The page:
Special Technical Feature
MICROARRAY BASED DNA PROFILING
Queensland Institute of Medical Research, Herston, QLD 4029
*Corresponding author: email@example.com
Microarrays were initially developed to analyse gene reference DNA along the length of the chromosomes.
expression. The technology has since been adapted to a Although groundbreaking, traditional CGH is now
variety of applications, one of which is the analysis of the considered labour intensive with a poor resolution (~20 Mb)
genome to study DNA dosage and sequence content. unable to detect specific transcripts within areas of gain and
Advances in microarray fabrication and completion of large- loss across the genome that contribute to disease.
scale genome sequencing projects have enabled the rapid In the late 1990s, array CGH was developed that combines
development of array-based methods for genome-wide traditional CGH with microarrays and improved the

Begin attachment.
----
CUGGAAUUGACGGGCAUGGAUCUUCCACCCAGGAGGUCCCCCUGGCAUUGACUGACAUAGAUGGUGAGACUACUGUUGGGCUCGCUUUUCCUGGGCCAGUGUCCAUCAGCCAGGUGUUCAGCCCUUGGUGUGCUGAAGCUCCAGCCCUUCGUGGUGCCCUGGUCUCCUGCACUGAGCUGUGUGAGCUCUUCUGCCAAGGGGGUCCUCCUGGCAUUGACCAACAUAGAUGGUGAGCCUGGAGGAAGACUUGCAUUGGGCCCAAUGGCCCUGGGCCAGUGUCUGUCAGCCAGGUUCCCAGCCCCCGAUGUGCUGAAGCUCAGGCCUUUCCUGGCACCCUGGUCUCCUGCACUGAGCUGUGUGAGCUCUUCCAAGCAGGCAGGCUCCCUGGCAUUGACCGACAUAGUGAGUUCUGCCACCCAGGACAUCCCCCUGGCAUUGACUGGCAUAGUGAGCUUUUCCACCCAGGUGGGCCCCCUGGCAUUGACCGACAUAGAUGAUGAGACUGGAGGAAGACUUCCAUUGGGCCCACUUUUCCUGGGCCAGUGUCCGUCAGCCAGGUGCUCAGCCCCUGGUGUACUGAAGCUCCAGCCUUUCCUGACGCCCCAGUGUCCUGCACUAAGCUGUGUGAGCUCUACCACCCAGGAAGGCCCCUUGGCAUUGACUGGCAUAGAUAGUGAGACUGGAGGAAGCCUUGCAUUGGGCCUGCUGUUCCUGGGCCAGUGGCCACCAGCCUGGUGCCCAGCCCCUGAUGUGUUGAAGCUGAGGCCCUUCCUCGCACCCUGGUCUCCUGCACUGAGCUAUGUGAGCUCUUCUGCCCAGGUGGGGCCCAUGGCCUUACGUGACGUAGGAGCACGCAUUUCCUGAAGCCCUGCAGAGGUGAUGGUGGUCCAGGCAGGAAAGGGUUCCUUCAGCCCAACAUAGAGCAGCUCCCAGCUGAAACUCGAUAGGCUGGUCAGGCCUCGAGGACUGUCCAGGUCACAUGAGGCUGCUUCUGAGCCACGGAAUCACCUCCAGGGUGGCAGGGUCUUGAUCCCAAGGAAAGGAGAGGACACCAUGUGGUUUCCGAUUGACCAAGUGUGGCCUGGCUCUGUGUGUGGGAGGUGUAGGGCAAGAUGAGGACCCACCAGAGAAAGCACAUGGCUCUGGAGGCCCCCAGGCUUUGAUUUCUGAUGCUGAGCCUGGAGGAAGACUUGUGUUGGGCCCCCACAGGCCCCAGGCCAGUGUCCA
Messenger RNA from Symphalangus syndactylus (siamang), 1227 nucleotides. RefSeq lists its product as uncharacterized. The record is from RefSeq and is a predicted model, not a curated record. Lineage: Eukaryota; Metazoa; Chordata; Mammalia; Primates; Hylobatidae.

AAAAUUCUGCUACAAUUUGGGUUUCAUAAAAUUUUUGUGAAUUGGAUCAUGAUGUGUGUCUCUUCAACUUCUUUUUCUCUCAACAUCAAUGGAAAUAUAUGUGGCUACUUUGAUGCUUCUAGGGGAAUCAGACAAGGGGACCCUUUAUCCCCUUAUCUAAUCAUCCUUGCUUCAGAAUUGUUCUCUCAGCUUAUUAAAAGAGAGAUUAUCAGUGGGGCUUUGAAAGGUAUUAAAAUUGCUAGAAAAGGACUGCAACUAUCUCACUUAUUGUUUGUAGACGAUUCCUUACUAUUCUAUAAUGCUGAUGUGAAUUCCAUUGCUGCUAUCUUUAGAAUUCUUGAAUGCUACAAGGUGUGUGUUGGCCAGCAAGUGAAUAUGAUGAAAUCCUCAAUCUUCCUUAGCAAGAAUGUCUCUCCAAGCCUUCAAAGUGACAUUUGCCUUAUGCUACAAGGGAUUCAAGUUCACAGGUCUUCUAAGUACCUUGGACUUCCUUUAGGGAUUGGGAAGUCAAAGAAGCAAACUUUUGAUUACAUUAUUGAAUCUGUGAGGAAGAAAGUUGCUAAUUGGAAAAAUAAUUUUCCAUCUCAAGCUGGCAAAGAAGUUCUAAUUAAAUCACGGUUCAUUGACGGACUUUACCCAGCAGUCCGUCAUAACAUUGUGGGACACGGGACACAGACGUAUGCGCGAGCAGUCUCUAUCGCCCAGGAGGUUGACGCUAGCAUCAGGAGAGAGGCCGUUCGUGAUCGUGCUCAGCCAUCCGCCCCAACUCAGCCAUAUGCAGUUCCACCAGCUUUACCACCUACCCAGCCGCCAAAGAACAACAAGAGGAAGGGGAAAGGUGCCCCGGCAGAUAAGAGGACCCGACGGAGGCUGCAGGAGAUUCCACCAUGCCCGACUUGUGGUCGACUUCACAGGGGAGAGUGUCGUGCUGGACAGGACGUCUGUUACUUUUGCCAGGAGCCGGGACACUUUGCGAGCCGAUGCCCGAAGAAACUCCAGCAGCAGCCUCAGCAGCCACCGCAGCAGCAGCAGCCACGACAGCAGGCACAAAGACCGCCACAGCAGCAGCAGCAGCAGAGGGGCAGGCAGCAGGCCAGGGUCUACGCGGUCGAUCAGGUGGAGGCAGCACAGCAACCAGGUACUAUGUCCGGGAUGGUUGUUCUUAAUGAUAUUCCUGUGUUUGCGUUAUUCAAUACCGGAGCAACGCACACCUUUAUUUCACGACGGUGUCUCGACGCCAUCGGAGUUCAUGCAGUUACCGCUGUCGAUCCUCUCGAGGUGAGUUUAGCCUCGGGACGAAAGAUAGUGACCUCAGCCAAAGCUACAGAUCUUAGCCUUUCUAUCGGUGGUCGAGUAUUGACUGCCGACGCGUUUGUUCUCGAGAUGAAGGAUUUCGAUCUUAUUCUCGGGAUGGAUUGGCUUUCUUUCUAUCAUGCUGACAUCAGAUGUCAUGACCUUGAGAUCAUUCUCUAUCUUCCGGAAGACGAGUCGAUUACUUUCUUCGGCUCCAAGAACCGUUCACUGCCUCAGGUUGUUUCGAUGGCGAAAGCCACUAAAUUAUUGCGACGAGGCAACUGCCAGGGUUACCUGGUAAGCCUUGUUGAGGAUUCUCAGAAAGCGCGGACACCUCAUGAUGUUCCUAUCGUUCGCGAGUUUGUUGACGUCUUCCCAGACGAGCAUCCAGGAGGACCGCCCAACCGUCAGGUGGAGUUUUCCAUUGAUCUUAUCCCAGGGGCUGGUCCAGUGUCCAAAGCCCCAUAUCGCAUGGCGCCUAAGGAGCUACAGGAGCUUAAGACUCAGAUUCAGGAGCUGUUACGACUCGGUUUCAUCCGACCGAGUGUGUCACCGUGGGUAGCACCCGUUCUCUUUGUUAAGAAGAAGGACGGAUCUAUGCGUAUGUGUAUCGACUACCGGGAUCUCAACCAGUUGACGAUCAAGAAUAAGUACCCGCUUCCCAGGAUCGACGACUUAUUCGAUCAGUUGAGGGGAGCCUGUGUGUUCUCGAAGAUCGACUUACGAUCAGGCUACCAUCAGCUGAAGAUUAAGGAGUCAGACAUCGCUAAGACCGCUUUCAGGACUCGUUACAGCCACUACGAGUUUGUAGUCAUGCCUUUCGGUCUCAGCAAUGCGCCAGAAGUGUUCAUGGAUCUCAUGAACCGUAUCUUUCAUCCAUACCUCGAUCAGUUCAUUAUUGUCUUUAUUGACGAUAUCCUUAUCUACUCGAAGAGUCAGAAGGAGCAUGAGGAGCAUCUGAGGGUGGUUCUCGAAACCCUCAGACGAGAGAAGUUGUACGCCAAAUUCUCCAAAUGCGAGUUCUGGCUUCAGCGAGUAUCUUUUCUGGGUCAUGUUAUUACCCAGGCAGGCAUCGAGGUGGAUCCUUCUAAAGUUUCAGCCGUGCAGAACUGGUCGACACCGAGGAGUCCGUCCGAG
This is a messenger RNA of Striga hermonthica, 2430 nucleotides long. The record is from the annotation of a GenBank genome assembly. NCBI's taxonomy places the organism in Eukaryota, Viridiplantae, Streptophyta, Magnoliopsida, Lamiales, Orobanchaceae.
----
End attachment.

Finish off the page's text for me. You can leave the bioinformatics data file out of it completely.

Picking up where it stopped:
assessment of DNA alterations. resolution of copy number detection. During array CGH,
There are many different types of DNA changes that can DNA from test and reference populations are labelled and
occur, including DNA amplification or deletion of a single hybridised to microarrays that have been printed with either
base pair to thousands of base pairs, single nucleotide genomic fragments, such as bacterial artificial chromosome
substitutions or polymorphisms (SNPs), and loss of (BAC) clones from key genomic regions (2), or microarrays
heterozygosity (LOH). A broad spectrum of human diseases containing cDNA clones, which are also used for gene
is associated with genomic changes. Some of these diseases expression analysis (3). After hybridisation, the microarrays
have a complex genetic component in which a number of are scanned and the ratio of test to reference DNA is used to
transcripts or DNA alterations contribute to disease. calculate copy number variation between the samples. DNA